Choice and Accountability
What Can Women Do to Have the Best Birth Possible?
You cannot control everything about your birth, but there are a few things you can do to better prepare yourself:
- Choose a care provider and birth location carefully. (See “Unity with Providers of Care,”)
- Educate yourself and know all of your options as well as your rights. (See “Free to Choose”)
- Hire a doula. Having a support person with you who is familiar with birth can be very helpful and can increase your chance of having a positive birth experience. (Refer to “Benefits of Having a Doula,”)
- Study, Ponder and Pray.
- How to Write a Birth Plan
- Options to explore when writing your birth plan
- Interactive Birth Plan
- Preferences regarding breastfeeding
- Religious/Spiritual Preferences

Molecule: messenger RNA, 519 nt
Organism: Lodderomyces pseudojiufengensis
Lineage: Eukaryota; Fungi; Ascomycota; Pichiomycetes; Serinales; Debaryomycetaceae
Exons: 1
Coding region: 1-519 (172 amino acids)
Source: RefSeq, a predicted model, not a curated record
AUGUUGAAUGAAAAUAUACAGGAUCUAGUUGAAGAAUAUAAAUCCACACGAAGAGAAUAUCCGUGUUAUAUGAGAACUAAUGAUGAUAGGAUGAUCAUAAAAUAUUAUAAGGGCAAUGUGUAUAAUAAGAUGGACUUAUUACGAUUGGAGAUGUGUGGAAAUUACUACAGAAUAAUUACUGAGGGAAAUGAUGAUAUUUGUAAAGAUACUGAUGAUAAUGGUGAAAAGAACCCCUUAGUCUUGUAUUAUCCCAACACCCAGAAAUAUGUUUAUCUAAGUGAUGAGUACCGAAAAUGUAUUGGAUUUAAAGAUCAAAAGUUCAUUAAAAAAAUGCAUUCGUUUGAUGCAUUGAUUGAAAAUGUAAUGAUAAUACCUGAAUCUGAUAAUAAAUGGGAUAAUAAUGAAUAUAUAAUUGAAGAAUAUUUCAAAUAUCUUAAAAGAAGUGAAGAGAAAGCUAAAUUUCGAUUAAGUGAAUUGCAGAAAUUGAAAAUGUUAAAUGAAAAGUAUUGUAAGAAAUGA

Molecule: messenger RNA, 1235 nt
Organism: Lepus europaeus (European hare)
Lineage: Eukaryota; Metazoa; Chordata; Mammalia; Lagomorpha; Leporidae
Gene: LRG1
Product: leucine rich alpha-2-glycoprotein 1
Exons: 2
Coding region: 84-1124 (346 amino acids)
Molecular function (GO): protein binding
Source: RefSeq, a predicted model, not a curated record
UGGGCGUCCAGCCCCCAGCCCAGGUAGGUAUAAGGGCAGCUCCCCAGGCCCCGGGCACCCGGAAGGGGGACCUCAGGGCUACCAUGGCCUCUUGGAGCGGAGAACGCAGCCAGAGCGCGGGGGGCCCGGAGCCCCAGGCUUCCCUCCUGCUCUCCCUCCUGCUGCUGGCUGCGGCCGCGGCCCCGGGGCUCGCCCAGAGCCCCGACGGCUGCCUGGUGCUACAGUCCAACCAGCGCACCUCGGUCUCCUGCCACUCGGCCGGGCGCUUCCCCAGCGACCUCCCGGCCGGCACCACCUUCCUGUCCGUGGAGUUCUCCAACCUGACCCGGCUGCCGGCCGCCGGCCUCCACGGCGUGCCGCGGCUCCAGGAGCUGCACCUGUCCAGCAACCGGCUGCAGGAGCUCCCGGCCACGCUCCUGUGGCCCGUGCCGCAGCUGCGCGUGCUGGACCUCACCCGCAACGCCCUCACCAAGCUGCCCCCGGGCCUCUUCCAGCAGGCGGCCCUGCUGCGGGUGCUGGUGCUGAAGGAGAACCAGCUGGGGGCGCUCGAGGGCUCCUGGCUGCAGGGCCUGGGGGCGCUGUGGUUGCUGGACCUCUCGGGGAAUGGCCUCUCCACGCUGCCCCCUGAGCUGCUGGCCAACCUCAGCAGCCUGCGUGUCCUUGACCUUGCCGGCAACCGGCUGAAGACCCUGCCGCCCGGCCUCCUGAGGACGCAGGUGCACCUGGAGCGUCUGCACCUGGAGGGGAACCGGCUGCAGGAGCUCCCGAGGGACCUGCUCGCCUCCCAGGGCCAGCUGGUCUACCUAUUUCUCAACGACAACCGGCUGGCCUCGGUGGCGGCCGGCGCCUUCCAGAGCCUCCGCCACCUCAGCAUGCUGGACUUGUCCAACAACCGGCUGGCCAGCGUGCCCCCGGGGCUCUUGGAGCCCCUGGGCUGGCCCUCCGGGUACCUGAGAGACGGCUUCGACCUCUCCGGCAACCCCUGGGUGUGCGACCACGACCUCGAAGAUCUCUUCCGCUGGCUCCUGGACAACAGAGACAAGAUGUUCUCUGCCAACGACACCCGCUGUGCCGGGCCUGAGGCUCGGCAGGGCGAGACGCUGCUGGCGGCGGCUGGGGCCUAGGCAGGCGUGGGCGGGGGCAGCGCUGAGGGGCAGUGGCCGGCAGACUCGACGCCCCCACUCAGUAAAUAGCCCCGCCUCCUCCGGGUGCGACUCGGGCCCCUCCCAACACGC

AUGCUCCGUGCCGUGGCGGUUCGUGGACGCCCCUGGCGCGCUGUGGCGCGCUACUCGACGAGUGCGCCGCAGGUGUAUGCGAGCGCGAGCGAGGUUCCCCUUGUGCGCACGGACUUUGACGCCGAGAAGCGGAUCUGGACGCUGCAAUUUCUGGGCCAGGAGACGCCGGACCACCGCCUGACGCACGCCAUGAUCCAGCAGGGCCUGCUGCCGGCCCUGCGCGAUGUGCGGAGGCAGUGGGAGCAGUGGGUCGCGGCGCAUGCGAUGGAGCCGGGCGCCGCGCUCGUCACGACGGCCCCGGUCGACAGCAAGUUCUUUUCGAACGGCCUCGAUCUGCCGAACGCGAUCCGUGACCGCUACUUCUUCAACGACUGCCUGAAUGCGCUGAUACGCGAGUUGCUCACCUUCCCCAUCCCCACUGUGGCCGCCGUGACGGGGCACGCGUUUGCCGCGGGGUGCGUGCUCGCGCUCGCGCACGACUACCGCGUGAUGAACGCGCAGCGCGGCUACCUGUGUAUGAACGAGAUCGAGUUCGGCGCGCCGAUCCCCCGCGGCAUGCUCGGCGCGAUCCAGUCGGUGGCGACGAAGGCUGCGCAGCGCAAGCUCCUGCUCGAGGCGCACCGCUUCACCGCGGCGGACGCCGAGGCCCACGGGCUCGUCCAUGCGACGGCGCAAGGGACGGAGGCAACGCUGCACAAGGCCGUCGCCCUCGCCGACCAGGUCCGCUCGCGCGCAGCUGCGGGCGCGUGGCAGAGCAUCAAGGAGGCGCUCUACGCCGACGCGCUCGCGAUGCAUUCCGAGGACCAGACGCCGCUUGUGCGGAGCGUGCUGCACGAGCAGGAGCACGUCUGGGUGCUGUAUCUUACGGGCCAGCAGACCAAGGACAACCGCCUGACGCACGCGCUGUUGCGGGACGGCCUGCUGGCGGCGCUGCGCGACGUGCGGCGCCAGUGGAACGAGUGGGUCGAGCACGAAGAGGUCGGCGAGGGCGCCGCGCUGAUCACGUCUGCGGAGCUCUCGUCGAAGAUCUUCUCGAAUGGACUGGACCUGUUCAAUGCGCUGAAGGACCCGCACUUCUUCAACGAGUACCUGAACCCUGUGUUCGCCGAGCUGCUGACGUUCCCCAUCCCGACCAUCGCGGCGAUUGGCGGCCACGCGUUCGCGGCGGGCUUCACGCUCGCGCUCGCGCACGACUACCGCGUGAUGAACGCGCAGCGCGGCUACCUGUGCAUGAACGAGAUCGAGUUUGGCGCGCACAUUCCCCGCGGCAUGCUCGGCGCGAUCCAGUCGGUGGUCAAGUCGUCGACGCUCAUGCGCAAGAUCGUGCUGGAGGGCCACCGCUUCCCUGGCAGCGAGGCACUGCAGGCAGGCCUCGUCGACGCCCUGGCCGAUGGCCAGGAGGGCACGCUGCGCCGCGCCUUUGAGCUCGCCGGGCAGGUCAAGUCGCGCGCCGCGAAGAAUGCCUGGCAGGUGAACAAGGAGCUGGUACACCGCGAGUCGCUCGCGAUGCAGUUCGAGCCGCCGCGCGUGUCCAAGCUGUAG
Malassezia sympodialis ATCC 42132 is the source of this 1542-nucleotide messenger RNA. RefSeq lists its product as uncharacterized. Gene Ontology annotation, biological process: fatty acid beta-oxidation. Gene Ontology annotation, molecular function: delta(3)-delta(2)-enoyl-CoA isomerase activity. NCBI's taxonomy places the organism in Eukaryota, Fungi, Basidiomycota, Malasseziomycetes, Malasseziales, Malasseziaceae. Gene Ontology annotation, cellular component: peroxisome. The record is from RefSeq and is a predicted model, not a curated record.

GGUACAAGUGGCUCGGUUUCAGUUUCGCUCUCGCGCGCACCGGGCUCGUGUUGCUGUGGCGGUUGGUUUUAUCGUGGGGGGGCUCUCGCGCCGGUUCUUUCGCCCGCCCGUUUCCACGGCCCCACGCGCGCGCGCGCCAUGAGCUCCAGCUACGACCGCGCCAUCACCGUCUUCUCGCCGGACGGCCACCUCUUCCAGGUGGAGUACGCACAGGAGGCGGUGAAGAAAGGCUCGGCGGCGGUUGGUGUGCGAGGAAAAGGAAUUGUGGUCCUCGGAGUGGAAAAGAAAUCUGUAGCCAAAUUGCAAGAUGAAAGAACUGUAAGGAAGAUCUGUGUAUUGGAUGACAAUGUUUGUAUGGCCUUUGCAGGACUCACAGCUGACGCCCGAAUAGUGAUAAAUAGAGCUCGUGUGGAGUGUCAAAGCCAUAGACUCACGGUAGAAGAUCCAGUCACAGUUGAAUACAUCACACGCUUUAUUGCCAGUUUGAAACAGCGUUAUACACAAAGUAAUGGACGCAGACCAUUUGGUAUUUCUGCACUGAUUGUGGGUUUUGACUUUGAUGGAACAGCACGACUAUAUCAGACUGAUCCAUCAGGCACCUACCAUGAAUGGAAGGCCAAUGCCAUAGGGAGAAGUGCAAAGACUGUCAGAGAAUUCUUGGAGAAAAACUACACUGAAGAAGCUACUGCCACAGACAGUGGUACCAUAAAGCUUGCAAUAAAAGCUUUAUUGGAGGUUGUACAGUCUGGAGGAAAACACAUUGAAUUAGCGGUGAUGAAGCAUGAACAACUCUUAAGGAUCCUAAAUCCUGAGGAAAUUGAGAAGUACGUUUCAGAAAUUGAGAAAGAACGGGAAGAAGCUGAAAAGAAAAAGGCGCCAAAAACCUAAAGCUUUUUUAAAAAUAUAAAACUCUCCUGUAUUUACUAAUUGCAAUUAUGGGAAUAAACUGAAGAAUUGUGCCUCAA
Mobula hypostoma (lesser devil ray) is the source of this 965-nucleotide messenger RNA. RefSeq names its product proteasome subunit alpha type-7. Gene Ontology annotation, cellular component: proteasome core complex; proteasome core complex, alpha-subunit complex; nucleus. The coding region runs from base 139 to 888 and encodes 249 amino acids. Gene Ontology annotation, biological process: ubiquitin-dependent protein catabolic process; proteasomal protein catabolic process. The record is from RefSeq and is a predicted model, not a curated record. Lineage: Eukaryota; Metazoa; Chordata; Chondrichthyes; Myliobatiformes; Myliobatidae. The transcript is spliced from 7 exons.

- It is a good idea to let your birth team know what your religious preferences are and how they can show respect for your beliefs. For example, you could mention that you may request a priesthood blessing or prayer. Also, how do you feel about profanity? It may be helpful for your providers to know that you appreciate them refraining from profanity or vulgar language. Do you have preferences regarding modesty and who you may come in the room?
Mother-Centered Baby Showers
- Mother Rising: The Blessingway Journey Into Motherhood by Yana Cortlund, Barb Lucke, and Donna Miller Watelet
- Blessingways: A Guide to Mother-Centered Baby Showers – Celebrating Pregnancy, Birth, and Motherhood by Shari Maser
- Emergency Childbirth, by Sarah Henry (LDS Emergency Preparedness)
- Neonatal Resuscitation Program (NRP)
- Neonatal resuscitation training with Karen Strange (geared to an out-of-hospital setting)
- The Worst is Over: What to say when every moment counts–verbal first aid to calm, relieve pain, promote healing, and save lives, by Judith Acosta and Judith Simon Prager